Another origin, occasionally referenced, pertains to a myth that originated in the Northern Ireland province of Ulster. A boat race was called to crown the next king. The first person to touch the shore would earn the honor. One overly determined man cut off his own hand and flung the bloody appendage to shore to ensure his victory. However, the story of his bloody red hand is a myth and is not the origin of the phrase.
TIFO traces that usage's transition from "red hand" to "red-handed" in Sir Walter Scott's Ivanhoe. "I did but tie one fellow, who was taken redhanded and in the fact, to the horns of a wild stag," Scott wrote. Ivanhoe helped the phrase spread throughout the English-speaking world.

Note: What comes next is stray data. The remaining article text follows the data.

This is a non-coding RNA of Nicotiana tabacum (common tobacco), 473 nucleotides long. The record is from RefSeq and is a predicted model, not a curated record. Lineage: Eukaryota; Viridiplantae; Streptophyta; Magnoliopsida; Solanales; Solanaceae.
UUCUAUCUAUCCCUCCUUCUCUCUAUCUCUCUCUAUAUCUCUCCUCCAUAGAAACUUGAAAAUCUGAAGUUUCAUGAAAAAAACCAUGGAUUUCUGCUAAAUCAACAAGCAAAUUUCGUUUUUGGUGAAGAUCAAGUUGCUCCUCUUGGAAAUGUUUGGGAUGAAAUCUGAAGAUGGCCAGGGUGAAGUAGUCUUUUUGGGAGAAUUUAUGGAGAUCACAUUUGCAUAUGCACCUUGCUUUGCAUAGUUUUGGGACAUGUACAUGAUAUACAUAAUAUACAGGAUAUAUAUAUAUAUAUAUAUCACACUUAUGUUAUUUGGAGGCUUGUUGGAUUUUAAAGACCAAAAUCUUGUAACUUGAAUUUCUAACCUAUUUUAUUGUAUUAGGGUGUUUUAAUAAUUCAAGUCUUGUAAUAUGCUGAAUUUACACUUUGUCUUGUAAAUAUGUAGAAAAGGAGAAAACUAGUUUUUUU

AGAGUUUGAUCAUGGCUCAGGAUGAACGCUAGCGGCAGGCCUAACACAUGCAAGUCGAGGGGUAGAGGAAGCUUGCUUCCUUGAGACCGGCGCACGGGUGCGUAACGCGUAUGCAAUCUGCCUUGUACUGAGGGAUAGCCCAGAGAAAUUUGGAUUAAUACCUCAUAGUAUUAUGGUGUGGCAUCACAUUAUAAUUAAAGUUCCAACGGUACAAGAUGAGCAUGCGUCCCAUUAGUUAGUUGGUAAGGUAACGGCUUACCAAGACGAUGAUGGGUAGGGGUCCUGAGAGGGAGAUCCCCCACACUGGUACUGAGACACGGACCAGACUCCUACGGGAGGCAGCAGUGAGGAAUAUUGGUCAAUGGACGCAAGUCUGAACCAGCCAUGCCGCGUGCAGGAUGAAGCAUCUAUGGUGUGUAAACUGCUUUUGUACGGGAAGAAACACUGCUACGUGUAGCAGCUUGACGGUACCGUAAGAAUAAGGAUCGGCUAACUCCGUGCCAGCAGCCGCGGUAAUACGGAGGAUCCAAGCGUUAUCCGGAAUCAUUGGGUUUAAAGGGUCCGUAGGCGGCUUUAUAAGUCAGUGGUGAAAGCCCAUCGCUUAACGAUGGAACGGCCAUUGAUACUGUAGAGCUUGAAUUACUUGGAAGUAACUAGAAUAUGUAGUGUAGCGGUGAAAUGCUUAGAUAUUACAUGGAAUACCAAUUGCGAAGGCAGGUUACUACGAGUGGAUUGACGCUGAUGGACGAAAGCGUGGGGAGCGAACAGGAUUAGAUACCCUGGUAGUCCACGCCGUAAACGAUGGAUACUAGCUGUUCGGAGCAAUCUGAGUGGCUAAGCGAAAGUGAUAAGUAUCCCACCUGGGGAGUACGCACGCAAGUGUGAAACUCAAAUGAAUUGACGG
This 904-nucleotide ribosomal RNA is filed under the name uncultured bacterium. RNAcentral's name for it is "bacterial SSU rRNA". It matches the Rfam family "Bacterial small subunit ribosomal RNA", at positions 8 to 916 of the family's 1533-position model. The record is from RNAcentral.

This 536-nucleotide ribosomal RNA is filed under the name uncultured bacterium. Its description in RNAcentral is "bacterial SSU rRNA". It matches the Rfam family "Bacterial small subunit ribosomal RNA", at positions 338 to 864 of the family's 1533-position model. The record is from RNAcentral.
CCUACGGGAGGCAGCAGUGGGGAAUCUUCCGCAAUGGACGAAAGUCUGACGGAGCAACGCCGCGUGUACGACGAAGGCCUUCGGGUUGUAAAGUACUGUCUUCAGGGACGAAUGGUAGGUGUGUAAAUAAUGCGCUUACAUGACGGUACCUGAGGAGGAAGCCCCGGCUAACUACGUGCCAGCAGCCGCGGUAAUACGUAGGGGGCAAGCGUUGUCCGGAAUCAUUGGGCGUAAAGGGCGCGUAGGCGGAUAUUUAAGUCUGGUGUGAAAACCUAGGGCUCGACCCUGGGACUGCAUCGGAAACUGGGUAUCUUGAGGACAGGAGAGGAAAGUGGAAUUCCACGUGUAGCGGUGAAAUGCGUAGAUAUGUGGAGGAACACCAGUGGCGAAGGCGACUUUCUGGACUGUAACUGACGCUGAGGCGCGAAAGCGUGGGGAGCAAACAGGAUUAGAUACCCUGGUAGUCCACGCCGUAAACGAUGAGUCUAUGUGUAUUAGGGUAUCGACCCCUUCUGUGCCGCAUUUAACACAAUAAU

It wasn't until later that the full phrase "caught red-handed" was used. The first instance of that appears in 1857 in George Alfred Lawrence's Guy Livingstone. From there it proliferated to the familiar phrase almost everyone has used, including Sponge Bob.